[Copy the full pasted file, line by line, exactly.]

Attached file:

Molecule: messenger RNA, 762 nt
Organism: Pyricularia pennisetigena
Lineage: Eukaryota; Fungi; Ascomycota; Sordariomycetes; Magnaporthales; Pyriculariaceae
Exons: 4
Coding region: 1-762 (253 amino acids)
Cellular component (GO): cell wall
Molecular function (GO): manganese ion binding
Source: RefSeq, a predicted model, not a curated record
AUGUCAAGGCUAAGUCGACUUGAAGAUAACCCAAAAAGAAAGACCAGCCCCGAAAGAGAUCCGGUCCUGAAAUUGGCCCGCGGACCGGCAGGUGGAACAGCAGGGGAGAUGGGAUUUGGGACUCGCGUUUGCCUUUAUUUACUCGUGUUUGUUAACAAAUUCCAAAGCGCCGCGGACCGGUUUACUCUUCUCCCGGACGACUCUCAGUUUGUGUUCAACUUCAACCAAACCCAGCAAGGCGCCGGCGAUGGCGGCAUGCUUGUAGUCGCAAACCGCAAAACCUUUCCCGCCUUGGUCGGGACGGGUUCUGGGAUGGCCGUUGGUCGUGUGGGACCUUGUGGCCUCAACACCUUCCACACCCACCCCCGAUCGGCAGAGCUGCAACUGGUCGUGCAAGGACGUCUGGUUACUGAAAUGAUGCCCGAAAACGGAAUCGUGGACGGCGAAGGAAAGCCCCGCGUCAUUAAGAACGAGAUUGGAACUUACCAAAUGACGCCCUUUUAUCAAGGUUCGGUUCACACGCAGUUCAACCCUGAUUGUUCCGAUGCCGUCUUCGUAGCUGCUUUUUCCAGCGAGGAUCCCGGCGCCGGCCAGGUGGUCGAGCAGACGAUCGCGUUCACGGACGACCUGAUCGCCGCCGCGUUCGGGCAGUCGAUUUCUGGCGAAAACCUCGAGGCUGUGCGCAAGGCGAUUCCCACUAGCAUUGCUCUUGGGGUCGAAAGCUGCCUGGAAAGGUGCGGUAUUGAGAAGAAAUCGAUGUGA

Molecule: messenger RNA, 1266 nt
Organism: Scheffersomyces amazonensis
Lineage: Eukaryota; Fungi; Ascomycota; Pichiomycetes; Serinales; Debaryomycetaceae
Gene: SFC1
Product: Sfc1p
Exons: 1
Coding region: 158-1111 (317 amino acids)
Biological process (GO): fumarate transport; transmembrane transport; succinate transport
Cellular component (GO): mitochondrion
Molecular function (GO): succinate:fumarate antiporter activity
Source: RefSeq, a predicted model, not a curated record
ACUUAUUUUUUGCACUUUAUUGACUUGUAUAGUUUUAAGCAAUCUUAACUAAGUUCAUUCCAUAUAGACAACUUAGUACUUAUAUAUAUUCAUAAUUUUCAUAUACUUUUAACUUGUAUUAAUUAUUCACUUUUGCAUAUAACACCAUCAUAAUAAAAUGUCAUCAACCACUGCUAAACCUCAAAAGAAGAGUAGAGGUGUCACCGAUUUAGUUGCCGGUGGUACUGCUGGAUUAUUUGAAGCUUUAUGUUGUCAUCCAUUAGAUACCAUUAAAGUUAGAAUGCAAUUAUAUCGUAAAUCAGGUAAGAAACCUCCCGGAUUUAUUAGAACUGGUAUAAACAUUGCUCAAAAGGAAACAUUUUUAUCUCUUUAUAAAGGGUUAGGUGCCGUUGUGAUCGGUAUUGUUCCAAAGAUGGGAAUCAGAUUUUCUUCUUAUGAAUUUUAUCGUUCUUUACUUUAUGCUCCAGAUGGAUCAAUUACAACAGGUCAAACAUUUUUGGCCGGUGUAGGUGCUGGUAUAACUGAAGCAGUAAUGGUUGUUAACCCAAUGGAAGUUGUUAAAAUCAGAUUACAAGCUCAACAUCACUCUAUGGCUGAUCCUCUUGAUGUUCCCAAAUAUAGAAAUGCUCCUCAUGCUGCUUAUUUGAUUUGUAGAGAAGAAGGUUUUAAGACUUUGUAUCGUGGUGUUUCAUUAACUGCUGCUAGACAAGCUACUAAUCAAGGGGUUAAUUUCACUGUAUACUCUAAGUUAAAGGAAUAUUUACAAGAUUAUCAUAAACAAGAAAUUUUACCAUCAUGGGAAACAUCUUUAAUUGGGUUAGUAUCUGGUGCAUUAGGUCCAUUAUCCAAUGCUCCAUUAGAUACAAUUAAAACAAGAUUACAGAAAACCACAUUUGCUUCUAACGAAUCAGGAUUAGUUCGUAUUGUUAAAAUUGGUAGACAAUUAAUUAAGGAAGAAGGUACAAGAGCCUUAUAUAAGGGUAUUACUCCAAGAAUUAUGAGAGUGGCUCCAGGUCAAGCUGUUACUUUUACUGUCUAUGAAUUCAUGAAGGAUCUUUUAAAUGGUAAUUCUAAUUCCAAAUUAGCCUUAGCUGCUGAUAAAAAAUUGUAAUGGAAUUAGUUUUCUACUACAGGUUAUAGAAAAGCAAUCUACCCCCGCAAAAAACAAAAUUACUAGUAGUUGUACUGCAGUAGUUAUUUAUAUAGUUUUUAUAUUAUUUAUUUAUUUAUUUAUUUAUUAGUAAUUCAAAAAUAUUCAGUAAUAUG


Molecule: messenger RNA, 762 nt
Organism: Pyricularia pennisetigena
Lineage: Eukaryota; Fungi; Ascomycota; Sordariomycetes; Magnaporthales; Pyriculariaceae
Exons: 4
Coding region: 1-762 (253 amino acids)
Cellular component (GO): cell wall
Molecular function (GO): manganese ion binding
Source: RefSeq, a predicted model, not a curated record
AUGUCAAGGCUAAGUCGACUUGAAGAUAACCCAAAAAGAAAGACCAGCCCCGAAAGAGAUCCGGUCCUGAAAUUGGCCCGCGGACCGGCAGGUGGAACAGCAGGGGAGAUGGGAUUUGGGACUCGCGUUUGCCUUUAUUUACUCGUGUUUGUUAACAAAUUCCAAAGCGCCGCGGACCGGUUUACUCUUCUCCCGGACGACUCUCAGUUUGUGUUCAACUUCAACCAAACCCAGCAAGGCGCCGGCGAUGGCGGCAUGCUUGUAGUCGCAAACCGCAAAACCUUUCCCGCCUUGGUCGGGACGGGUUCUGGGAUGGCCGUUGGUCGUGUGGGACCUUGUGGCCUCAACACCUUCCACACCCACCCCCGAUCGGCAGAGCUGCAACUGGUCGUGCAAGGACGUCUGGUUACUGAAAUGAUGCCCGAAAACGGAAUCGUGGACGGCGAAGGAAAGCCCCGCGUCAUUAAGAACGAGAUUGGAACUUACCAAAUGACGCCCUUUUAUCAAGGUUCGGUUCACACGCAGUUCAACCCUGAUUGUUCCGAUGCCGUCUUCGUAGCUGCUUUUUCCAGCGAGGAUCCCGGCGCCGGCCAGGUGGUCGAGCAGACGAUCGCGUUCACGGACGACCUGAUCGCCGCCGCGUUCGGGCAGUCGAUUUCUGGCGAAAACCUCGAGGCUGUGCGCAAGGCGAUUCCCACUAGCAUUGCUCUUGGGGUCGAAAGCUGCCUGGAAAGGUGCGGUAUUGAGAAGAAAUCGAUGUGA

Molecule: messenger RNA, 1266 nt
Organism: Scheffersomyces amazonensis
Lineage: Eukaryota; Fungi; Ascomycota; Pichiomycetes; Serinales; Debaryomycetaceae
Gene: SFC1
Product: Sfc1p
Exons: 1
Coding region: 158-1111 (317 amino acids)
Biological process (GO): fumarate transport; transmembrane transport; succinate transport
Cellular component (GO): mitochondrion
Molecular function (GO): succinate:fumarate antiporter activity
Source: RefSeq, a predicted model, not a curated record
ACUUAUUUUUUGCACUUUAUUGACUUGUAUAGUUUUAAGCAAUCUUAACUAAGUUCAUUCCAUAUAGACAACUUAGUACUUAUAUAUAUUCAUAAUUUUCAUAUACUUUUAACUUGUAUUAAUUAUUCACUUUUGCAUAUAACACCAUCAUAAUAAAAUGUCAUCAACCACUGCUAAACCUCAAAAGAAGAGUAGAGGUGUCACCGAUUUAGUUGCCGGUGGUACUGCUGGAUUAUUUGAAGCUUUAUGUUGUCAUCCAUUAGAUACCAUUAAAGUUAGAAUGCAAUUAUAUCGUAAAUCAGGUAAGAAACCUCCCGGAUUUAUUAGAACUGGUAUAAACAUUGCUCAAAAGGAAACAUUUUUAUCUCUUUAUAAAGGGUUAGGUGCCGUUGUGAUCGGUAUUGUUCCAAAGAUGGGAAUCAGAUUUUCUUCUUAUGAAUUUUAUCGUUCUUUACUUUAUGCUCCAGAUGGAUCAAUUACAACAGGUCAAACAUUUUUGGCCGGUGUAGGUGCUGGUAUAACUGAAGCAGUAAUGGUUGUUAACCCAAUGGAAGUUGUUAAAAUCAGAUUACAAGCUCAACAUCACUCUAUGGCUGAUCCUCUUGAUGUUCCCAAAUAUAGAAAUGCUCCUCAUGCUGCUUAUUUGAUUUGUAGAGAAGAAGGUUUUAAGACUUUGUAUCGUGGUGUUUCAUUAACUGCUGCUAGACAAGCUACUAAUCAAGGGGUUAAUUUCACUGUAUACUCUAAGUUAAAGGAAUAUUUACAAGAUUAUCAUAAACAAGAAAUUUUACCAUCAUGGGAAACAUCUUUAAUUGGGUUAGUAUCUGGUGCAUUAGGUCCAUUAUCCAAUGCUCCAUUAGAUACAAUUAAAACAAGAUUACAGAAAACCACAUUUGCUUCUAACGAAUCAGGAUUAGUUCGUAUUGUUAAAAUUGGUAGACAAUUAAUUAAGGAAGAAGGUACAAGAGCCUUAUAUAAGGGUAUUACUCCAAGAAUUAUGAGAGUGGCUCCAGGUCAAGCUGUUACUUUUACUGUCUAUGAAUUCAUGAAGGAUCUUUUAAAUGGUAAUUCUAAUUCCAAAUUAGCCUUAGCUGCUGAUAAAAAAUUGUAAUGGAAUUAGUUUUCUACUACAGGUUAUAGAAAAGCAAUCUACCCCCGCAAAAAACAAAAUUACUAGUAGUUGUACUGCAGUAGUUAUUUAUAUAGUUUUUAUAUUAUUUAUUUAUUUAUUUAUUUAUUAGUAAUUCAAAAAUAUUCAGUAAUAUG